Louis C.K. allegedly made an "uncomfortable" joke about rape whistles – and people were laughing

"I was just sitting there like, 'Oh my f*ck. This is so uncomfortable and so disgusting,'" one eye witness alleged

Published August 29, 2018 4:30PM (EDT)

Kathy Griffin; Louis C.K.; Michael Che (Getty/AP)
Kathy Griffin; Louis C.K.; Michael Che (Getty/AP)

Louis C.K., the comedian who admitted to masturbating in front of multiple women without their consent less than a year ago, returned to the stage Sunday night at the Comedy Cellar and to an instant ovation. The Cellar's owner, Noam Dworman, told the New York Times that C.K. made a surprise appearance and did a 15-minute stand-up set featuring "typical Louis C.K. stuff," he said, including jokes on parades, racism and waitresses’ tips. "It sounded just like he was trying to work out some new material, almost like any time of the last 10 years he would come in at the beginning of a new act," Dworman continued.

According to Vulture, who spoke to two women who were in the audience during the performance, aside from racism, overtipping waitresses, and parades, C.K. also made an "uncomfortable" joke about rape whistles. "When he said 'rape whistle' people were laughing, and I was just sitting there like, 'Oh my f*ck. This is so uncomfortable and so disgusting.' Everyone around me was laughing. That was just depressing," one woman said. Although both women testified to the largely warm response from the audience, they said reactions seemed divided across gender lines.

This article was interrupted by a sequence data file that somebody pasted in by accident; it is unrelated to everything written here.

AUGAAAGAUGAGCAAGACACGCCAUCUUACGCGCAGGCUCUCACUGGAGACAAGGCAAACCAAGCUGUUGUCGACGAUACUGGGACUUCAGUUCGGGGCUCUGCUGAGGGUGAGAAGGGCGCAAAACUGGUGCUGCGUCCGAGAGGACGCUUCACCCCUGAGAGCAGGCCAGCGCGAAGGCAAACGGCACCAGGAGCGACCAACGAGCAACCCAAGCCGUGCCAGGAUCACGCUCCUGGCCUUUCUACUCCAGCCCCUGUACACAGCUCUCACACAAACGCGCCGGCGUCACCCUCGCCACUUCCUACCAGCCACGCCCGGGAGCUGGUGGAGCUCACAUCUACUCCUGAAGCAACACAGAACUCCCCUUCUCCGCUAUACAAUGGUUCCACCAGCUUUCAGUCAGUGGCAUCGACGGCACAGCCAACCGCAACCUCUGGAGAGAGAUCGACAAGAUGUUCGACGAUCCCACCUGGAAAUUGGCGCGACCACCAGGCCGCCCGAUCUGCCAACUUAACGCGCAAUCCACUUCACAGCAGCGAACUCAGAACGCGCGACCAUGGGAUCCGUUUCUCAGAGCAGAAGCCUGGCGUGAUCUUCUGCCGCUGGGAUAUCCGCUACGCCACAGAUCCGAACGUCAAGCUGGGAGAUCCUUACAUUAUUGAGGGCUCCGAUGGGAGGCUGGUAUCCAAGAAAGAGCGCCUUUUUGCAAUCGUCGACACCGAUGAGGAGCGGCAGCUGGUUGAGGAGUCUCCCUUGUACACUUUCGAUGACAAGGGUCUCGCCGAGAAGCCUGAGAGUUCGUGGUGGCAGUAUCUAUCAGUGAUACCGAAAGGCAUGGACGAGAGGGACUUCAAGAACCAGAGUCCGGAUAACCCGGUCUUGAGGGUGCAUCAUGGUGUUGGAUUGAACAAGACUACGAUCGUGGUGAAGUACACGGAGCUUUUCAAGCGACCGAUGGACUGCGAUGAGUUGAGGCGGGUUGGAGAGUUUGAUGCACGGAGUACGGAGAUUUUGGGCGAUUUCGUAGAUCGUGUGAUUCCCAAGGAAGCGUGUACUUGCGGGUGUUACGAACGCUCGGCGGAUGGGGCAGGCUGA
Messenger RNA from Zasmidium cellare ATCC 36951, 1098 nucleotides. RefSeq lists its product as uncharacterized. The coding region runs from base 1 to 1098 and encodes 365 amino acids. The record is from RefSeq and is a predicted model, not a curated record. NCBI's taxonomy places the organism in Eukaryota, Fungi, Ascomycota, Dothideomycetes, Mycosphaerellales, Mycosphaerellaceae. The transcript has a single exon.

"It was an all-male set to begin with. Then, it’s sort of exacerbated by [C.K.’s] presence," one of the women told Vulture. "If someone had heckled him, I think they would’ve been heckled out. It felt like there were a lot of aggressive men in the audience and very quiet women. It’s the kind of vibe that doesn’t allow for a dissenting voice. You’re just expected to be a good audience member. You’re considered a bad sport if you speak out."

Since the Times story, comedians and comedy fans have debated the validity of C.K.'s return to the mic. On Tuesday, Kathy Griffin wrote a long Twitter thread, where she described C.K.'s performance as a victory for comedy's "white boys club."

Griffin, who was fired from CNN and dropped from many appearances after posing with a bloodied mask of President Donald Trump, added: "Louis just went on a long vacation and didn't do anything to show that he has reformed/changed. He's a multi-millionaire who finally got some sleep after working nonstop for years. This is how we are making people are paying penance in the #MeToo era? Fucking pathetic."